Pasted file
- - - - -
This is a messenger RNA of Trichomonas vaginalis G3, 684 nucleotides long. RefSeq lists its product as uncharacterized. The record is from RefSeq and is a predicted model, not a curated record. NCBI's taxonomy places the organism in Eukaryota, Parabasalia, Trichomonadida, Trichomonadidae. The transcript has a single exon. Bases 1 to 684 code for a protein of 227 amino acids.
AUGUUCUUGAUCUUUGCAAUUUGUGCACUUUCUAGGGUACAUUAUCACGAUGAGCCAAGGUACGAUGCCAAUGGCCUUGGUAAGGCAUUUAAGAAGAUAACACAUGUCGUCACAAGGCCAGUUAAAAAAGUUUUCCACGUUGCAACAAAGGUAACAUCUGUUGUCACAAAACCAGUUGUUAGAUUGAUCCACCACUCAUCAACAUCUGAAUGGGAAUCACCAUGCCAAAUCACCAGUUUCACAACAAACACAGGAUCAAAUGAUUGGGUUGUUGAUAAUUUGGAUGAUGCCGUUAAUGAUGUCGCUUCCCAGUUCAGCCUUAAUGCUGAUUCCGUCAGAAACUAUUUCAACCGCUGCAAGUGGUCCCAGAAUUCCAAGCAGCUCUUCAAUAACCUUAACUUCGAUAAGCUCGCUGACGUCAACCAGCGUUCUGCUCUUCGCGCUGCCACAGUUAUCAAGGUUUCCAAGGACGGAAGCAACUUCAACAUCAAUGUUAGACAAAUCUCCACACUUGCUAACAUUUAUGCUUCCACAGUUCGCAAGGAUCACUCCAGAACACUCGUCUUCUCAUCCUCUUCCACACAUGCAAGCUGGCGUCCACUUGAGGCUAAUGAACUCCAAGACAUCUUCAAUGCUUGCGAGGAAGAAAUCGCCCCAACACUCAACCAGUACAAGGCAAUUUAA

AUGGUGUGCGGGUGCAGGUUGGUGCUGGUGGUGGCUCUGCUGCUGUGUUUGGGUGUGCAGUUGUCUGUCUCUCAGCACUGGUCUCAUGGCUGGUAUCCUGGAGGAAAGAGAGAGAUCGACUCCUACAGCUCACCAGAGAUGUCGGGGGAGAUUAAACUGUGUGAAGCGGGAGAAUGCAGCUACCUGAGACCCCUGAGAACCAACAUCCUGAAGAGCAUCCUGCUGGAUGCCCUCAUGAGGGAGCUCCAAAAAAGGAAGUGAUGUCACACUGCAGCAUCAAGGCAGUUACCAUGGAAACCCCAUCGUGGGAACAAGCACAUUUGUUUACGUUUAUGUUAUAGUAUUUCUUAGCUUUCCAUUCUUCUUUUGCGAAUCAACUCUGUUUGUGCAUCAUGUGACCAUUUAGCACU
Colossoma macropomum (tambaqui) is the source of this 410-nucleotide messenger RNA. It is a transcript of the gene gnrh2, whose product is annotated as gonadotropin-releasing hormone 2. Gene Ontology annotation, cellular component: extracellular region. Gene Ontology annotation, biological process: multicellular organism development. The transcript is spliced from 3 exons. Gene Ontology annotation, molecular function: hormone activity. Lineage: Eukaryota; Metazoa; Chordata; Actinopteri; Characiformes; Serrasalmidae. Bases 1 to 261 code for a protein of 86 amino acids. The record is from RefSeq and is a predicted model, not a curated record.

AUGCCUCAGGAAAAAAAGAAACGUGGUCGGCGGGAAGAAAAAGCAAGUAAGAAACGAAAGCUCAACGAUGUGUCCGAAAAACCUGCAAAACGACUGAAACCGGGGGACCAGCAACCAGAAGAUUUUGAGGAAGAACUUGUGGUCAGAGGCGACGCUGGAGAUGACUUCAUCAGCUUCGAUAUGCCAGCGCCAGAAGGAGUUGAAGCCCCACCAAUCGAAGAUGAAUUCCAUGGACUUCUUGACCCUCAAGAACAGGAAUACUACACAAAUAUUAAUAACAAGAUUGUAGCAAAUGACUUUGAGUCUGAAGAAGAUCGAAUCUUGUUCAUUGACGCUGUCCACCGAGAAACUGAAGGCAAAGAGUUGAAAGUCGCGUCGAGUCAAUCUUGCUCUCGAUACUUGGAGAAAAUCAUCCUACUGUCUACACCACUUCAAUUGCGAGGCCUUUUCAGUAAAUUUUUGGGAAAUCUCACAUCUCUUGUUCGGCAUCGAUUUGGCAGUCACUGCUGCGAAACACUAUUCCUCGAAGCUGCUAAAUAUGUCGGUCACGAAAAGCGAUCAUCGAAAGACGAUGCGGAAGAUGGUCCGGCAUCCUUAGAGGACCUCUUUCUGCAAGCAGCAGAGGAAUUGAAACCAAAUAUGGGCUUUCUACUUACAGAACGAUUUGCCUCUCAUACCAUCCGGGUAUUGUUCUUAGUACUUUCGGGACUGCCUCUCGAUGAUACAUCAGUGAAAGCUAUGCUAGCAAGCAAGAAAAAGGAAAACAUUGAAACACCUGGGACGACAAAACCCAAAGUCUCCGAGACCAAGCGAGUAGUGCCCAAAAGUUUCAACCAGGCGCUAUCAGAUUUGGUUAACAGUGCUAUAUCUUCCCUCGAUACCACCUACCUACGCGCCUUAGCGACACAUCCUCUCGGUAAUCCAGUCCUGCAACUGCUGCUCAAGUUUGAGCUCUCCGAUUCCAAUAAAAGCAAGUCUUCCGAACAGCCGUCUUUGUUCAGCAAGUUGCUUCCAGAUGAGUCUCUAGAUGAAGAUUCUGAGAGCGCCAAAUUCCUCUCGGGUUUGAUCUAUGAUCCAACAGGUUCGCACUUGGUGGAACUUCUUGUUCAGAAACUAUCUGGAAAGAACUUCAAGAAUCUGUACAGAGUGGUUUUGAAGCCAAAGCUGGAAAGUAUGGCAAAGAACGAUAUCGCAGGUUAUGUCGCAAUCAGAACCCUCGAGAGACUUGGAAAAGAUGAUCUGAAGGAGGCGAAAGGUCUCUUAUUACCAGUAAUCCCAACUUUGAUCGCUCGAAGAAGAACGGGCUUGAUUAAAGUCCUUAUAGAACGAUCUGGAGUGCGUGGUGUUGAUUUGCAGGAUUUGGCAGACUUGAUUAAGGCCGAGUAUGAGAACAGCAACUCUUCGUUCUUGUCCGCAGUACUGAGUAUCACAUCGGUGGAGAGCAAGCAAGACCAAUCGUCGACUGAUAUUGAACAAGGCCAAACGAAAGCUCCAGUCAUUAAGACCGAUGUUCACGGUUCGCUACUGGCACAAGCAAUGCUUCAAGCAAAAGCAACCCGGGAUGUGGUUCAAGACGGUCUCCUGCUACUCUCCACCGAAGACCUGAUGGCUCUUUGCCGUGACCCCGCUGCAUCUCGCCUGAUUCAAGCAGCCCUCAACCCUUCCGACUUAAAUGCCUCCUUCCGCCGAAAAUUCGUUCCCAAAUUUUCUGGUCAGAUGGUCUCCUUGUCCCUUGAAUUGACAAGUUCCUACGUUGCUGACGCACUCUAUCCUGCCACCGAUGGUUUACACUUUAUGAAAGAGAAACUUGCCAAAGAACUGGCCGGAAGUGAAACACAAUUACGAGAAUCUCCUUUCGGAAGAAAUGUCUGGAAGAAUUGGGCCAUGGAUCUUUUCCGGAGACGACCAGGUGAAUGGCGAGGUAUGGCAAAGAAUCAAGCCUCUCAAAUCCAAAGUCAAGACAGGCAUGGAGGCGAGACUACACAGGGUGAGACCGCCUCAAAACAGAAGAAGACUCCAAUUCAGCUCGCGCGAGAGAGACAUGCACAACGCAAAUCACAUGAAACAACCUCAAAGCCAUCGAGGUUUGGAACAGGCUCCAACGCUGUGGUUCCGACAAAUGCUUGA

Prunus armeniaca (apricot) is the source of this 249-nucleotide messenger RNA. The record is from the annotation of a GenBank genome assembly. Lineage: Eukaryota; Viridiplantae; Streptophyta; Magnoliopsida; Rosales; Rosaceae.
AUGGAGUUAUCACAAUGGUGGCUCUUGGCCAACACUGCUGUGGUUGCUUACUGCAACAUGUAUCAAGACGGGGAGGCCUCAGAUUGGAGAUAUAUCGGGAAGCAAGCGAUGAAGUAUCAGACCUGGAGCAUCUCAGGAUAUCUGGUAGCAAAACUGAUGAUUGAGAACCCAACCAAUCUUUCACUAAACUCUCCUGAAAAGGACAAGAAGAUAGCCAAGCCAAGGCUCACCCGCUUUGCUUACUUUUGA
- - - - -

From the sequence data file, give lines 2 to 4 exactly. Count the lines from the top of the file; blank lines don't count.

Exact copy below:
AUGUUCUUGAUCUUUGCAAUUUGUGCACUUUCUAGGGUACAUUAUCACGAUGAGCCAAGGUACGAUGCCAAUGGCCUUGGUAAGGCAUUUAAGAAGAUAACACAUGUCGUCACAAGGCCAGUUAAAAAAGUUUUCCACGUUGCAACAAAGGUAACAUCUGUUGUCACAAAACCAGUUGUUAGAUUGAUCCACCACUCAUCAACAUCUGAAUGGGAAUCACCAUGCCAAAUCACCAGUUUCACAACAAACACAGGAUCAAAUGAUUGGGUUGUUGAUAAUUUGGAUGAUGCCGUUAAUGAUGUCGCUUCCCAGUUCAGCCUUAAUGCUGAUUCCGUCAGAAACUAUUUCAACCGCUGCAAGUGGUCCCAGAAUUCCAAGCAGCUCUUCAAUAACCUUAACUUCGAUAAGCUCGCUGACGUCAACCAGCGUUCUGCUCUUCGCGCUGCCACAGUUAUCAAGGUUUCCAAGGACGGAAGCAACUUCAACAUCAAUGUUAGACAAAUCUCCACACUUGCUAACAUUUAUGCUUCCACAGUUCGCAAGGAUCACUCCAGAACACUCGUCUUCUCAUCCUCUUCCACACAUGCAAGCUGGCGUCCACUUGAGGCUAAUGAACUCCAAGACAUCUUCAAUGCUUGCGAGGAAGAAAUCGCCCCAACACUCAACCAGUACAAGGCAAUUUAA

AUGGUGUGCGGGUGCAGGUUGGUGCUGGUGGUGGCUCUGCUGCUGUGUUUGGGUGUGCAGUUGUCUGUCUCUCAGCACUGGUCUCAUGGCUGGUAUCCUGGAGGAAAGAGAGAGAUCGACUCCUACAGCUCACCAGAGAUGUCGGGGGAGAUUAAACUGUGUGAAGCGGGAGAAUGCAGCUACCUGAGACCCCUGAGAACCAACAUCCUGAAGAGCAUCCUGCUGGAUGCCCUCAUGAGGGAGCUCCAAAAAAGGAAGUGAUGUCACACUGCAGCAUCAAGGCAGUUACCAUGGAAACCCCAUCGUGGGAACAAGCACAUUUGUUUACGUUUAUGUUAUAGUAUUUCUUAGCUUUCCAUUCUUCUUUUGCGAAUCAACUCUGUUUGUGCAUCAUGUGACCAUUUAGCACU
Colossoma macropomum (tambaqui) is the source of this 410-nucleotide messenger RNA. It is a transcript of the gene gnrh2, whose product is annotated as gonadotropin-releasing hormone 2. Gene Ontology annotation, cellular component: extracellular region. Gene Ontology annotation, biological process: multicellular organism development. The transcript is spliced from 3 exons. Gene Ontology annotation, molecular function: hormone activity. Lineage: Eukaryota; Metazoa; Chordata; Actinopteri; Characiformes; Serrasalmidae. Bases 1 to 261 code for a protein of 86 amino acids. The record is from RefSeq and is a predicted model, not a curated record.